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Wednesday, April 22, 2009

Youth Leaders

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The term “community leader” has gained added respect since Barack Obama’s presidential run, especially among the nation’s youth. However, it’s an organization named Public Allies, set up by two women in Washington, D.C., well before Obama’s political ascent, that has helped to turn community development into a viable career path for youths inducted into its programs. Among them is UW-Madison graduate and Milwaukee South Side native Adriana Rodriguez, who joined Public Allies Milwaukee’s 10-month AmeriCorps program last year. As part of the program, she’s been working with New Moon Productions and Stand Together Milwaukee, organizing local screenings of a three-part film series portraying gun violence as a public health issue. So far screenings have taken place at venues like the Riverwest Center and the COA Goldin Center. On April 30 the team hosts their grand finale at the Modjeska Theatre (1128 W. Mitchell St.) at 7 p.m.

Have you seen a greater interest in community leadership in your generation since Obama’s historic victory?

I do think it’s energized people of my generation. We’re old enough to appreciate it and young enough to see the potential of it.

People often upbraid your generation about their apathy toward political and social issues. Is this a fair assessment?

I think we get disappointed and feel as if our youth is apathetic, but being a Public Ally has really re-energized me, seeing how passionate people in my program are about different issues in our community and the world in general and are able to bring that to a larger table.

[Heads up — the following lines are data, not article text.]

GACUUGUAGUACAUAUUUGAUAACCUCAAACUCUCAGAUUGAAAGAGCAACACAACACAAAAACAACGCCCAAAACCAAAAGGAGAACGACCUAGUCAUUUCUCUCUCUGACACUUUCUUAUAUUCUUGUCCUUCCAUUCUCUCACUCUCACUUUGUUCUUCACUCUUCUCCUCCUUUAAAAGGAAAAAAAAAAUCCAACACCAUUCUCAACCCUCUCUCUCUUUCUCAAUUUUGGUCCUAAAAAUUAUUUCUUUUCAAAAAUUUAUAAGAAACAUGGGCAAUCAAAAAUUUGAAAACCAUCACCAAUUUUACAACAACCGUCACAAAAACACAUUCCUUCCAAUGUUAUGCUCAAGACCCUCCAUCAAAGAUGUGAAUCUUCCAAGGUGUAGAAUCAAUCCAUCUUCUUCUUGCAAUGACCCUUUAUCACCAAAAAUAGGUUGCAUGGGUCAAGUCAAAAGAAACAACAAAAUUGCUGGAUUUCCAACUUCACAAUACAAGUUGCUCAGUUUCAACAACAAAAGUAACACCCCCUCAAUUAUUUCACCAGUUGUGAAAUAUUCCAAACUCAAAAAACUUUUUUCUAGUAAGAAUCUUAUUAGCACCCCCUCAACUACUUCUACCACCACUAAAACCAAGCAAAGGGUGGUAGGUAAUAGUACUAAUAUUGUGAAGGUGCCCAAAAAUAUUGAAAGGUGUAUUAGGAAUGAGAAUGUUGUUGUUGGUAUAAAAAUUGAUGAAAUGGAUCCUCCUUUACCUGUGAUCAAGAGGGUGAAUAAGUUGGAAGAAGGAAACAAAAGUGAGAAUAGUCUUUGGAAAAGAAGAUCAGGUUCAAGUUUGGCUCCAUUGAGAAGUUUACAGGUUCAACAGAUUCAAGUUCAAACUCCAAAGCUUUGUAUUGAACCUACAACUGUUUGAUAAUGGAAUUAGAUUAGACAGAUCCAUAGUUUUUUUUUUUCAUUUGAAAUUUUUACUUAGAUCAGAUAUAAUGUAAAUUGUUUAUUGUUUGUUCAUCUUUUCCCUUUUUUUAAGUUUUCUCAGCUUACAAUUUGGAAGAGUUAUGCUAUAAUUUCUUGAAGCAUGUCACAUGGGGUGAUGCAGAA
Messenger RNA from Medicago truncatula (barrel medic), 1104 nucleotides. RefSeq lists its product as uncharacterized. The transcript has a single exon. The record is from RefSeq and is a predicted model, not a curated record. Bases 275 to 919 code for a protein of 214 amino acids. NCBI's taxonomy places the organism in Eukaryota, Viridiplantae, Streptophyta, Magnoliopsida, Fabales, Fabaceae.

What particular needs do you identify in the Latino community in which you grew up?

As far as community issues go, I really think we need more role models—community leaders you can connect with and identify with. And also being able to create conversations about things like oppression and language barriers, immigration. I think we don’t talk about those things enough. Even looking at gender roles Latino families hold, it’s really hard for women to break out of them, but also for men to break out of the strong, unemotional breadwinner model.

Public Allies’ growth strategy is based on the idea that there will be a cache of jobs in nonprofits awaiting those trained in this program. Does that seem less certain now, given the economic decline?

Public Allies is still seen as national service and we’re still a federally funded program, so it’s a way to get really quality individuals of a range of experience at a lower cost than you’d normally have to pay because we have federal money invested in the program. So I think it’s a great way for us to get our foot in the door, but I can’t say what would happen when we’re done with the program, given the economic situation. I think that Obama has sort of called attention to the need for public service, which is what Public Allies focuses on, but also emphasizing the importance of putting money aside for public good.

Why did you choose this media project with New Moon Productions and Stand Together Milwaukee?

A lot of us are really intrigued by the idea of media activism—using a documentary to open the door to a dialogue and being able to incorporate our own interests into it. We did an art-based forum for one of the screenings. All projects have some mobilization aspect, but we thought this one would really give an opportunity to mobilize our community against something that really affects the entire Milwaukee area.

Adriana Rodriguez and friends | Photo by Robb Quinn